We will assume a largish organisation that processes 250 transactions per day every day for 10 years, or 912,500 transactions, and round it up to 1,000,000 for luck. We will assume these transaction amounts are in USD, with two decimal places of implied precision, and are sized somewhere between $0 and $200. Each amount is processed at a price to convert the USD to some Pounds Sterling (GBP). Let’s assume (somewhat absurdly) that each GBP price is somewhere between £0 and £10 with four decimal places of implied precision.
SELECT generate_series (1, 1000000) as row_id, (random() * 20000)::bigint AS amount, (random() * 100000)::bigint AS price
My machine features an i7-5557U CPU, and it takes ~670ms to generate these data, which look like this:
row_id | amount | price ---------+--------+-------- 1 | 14179 | 48998 2 | 16948 | 56369 3 | 12760 | 16965 4 | 17177 | 977 5 | 11632 | 38872 6 | 18370 | 44416 7 | 14370 | 89625
Now, let’s perform the necessary calculations. For each of the million rows, we need to multiply the amount by the price, and then sum those multiples into a running balance column.
SELECT value, SUM(value) OVER (ORDER BY row_id) AS balance FROM ( SELECT row_id, amount * price AS value FROM ( SELECT generate_series (1,1000000) as row_id, (random()*20000)::bigint AS amount, (random()*10000)::bigint AS price ) AS random_data ) AS raw_values
This takes ~1,550ms on my i7-5557U. Less the ~670ms to generate the data yields a calculation time of ~880ms. Computers are so cool. That’s just 880 nanoseconds per row! Here’s some sample output:
value | balance -----------+---------------- 15987240 | 15987240 5282332 | 21269572 32625180 | 53894752 125860125 | 179754877 3753301 | 183508178 79953750 | 263461928 74762297 | 338224225
These huge integers, with their implicit decimal places, are not very useful. They are certainly not human readable. We need to convert them into decimal numbers with explicit decimal places. To do so, we will cast them to type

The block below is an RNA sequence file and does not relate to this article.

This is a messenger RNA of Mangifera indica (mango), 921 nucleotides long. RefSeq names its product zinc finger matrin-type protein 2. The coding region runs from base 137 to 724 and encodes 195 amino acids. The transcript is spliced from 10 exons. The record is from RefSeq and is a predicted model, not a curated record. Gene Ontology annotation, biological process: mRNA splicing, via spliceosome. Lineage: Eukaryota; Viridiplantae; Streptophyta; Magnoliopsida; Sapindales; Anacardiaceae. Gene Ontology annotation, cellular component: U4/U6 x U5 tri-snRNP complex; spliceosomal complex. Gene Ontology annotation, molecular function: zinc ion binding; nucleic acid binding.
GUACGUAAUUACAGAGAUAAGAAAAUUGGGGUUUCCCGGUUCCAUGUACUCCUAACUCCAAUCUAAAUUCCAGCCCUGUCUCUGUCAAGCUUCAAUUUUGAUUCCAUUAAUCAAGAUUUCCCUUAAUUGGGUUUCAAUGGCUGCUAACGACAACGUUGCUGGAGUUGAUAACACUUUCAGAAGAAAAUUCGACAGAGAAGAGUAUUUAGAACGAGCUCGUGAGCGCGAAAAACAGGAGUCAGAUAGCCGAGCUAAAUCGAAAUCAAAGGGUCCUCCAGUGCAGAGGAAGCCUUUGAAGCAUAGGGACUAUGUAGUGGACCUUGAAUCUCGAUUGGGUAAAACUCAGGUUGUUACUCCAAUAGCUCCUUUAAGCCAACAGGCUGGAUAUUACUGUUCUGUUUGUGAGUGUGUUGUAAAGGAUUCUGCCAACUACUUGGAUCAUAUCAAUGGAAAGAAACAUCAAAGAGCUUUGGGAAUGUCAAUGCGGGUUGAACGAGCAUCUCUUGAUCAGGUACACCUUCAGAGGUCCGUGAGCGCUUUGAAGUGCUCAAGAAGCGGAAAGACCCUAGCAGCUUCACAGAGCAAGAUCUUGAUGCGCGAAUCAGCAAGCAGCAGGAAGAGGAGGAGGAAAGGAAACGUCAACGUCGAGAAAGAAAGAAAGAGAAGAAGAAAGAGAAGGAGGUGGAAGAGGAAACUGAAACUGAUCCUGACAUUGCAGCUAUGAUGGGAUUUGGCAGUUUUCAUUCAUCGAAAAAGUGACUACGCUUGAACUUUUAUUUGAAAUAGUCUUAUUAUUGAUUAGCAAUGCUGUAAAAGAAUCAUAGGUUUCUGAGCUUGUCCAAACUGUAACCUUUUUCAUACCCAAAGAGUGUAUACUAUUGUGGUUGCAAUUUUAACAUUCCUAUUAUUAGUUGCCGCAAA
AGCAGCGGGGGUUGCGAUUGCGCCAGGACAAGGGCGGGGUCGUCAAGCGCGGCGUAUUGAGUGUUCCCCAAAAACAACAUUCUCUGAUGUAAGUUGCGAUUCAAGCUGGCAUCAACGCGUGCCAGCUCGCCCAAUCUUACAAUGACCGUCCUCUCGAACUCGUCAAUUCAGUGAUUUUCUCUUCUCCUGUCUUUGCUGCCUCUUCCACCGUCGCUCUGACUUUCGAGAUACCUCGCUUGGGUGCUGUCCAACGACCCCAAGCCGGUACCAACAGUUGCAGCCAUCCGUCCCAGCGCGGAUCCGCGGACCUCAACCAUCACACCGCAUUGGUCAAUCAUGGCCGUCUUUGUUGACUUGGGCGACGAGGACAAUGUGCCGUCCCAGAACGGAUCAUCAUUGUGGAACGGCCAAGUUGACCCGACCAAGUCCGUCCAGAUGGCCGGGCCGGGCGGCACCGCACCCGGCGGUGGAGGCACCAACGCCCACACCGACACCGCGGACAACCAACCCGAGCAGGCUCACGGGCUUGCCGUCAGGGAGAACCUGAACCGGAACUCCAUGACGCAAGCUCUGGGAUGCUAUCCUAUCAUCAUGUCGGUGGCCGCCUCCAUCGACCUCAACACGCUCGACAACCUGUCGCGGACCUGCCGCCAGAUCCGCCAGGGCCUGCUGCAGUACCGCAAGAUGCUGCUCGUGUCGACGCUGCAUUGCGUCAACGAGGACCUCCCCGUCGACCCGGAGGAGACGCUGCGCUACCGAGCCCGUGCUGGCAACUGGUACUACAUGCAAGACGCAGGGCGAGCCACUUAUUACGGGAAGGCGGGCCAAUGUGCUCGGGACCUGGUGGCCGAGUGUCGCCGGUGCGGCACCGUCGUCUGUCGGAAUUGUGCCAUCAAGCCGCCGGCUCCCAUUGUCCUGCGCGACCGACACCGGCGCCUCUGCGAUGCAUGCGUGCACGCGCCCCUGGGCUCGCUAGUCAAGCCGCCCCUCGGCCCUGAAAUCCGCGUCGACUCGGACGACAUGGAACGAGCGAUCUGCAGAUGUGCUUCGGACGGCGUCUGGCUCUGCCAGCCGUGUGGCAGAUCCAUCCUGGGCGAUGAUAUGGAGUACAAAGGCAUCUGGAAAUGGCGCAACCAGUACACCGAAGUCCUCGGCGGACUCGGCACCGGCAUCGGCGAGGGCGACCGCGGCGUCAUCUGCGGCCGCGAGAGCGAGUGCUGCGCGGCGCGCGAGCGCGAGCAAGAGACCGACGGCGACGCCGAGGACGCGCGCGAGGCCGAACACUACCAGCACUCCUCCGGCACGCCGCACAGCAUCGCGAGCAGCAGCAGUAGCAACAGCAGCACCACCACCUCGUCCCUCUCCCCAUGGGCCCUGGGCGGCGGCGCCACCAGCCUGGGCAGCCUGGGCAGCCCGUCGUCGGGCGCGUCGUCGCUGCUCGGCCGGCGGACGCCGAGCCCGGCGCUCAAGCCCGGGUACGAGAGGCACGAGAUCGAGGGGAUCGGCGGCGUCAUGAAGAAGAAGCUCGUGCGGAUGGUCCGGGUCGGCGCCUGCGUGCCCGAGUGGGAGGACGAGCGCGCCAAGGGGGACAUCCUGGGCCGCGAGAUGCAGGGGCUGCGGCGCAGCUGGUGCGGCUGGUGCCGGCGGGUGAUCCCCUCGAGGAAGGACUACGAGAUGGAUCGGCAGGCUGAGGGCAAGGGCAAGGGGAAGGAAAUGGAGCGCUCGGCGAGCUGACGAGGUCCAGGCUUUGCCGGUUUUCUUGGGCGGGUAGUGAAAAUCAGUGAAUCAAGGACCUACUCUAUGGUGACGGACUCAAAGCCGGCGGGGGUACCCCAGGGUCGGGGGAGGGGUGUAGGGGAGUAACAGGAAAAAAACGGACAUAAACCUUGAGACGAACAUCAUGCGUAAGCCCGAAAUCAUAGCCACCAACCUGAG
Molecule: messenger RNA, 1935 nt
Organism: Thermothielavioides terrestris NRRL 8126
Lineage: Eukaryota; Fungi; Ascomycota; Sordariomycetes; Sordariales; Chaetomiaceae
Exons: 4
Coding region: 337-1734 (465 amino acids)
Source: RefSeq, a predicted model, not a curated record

numeric. Finally, recall that our clients require string output, so we will convert the
numericinto a nicely formatted
SELECT to_char(value::numeric / 1000000::numeric, 'FM999,999,999,990.90') as str_value, to_char(balance::numeric / 1000000::numeric, 'FM999,999,999,990.90') as str_balance FROM ( SELECT value, SUM(value) OVER (ORDER BY row_id) AS balance FROM ( SELECT row_id, amount * price AS value FROM ( SELECT generate_series (1, 1000000) as row_id, (random() * 20000)::bigint AS amount, (random() * 100000)::bigint AS price ) AS random_data ) AS raw_values ) AS balances
Bam! Approximately 2,700ms, Less generation (~670ms) and calculation (~880ms), that’s ~1,150ms. All that
bigint::numerictype casting and
numeric / numericdivision adds a good chunk of change. Here is some sample output:
string_value | string_balance --------------+---------------- 1,029.03 | 1,029.03 85.97 | 1,115.00 291.78 | 1,406.78 670.64 | 2,077.42 62.33 | 2,139.75 142.92 | 2,282.68 2.41 | 2,285.09 31.01 | 2,316.10
Alright, let’s try the same thing using
numeric the whole way through. Then we will compare the difference. First, we’ll generate the random data. We’ll use a
numeric with 19 digits of precision, to match the 19 positive number digits we get from a PostgreSQL
SELECT generate_series (1, 1000000) as row_id, (random() * 200)::numeric(17,2) AS amount, (random() * 1)::numeric(15,4) AS price
Generating the random data takes ~2,200ms, and looks as follows: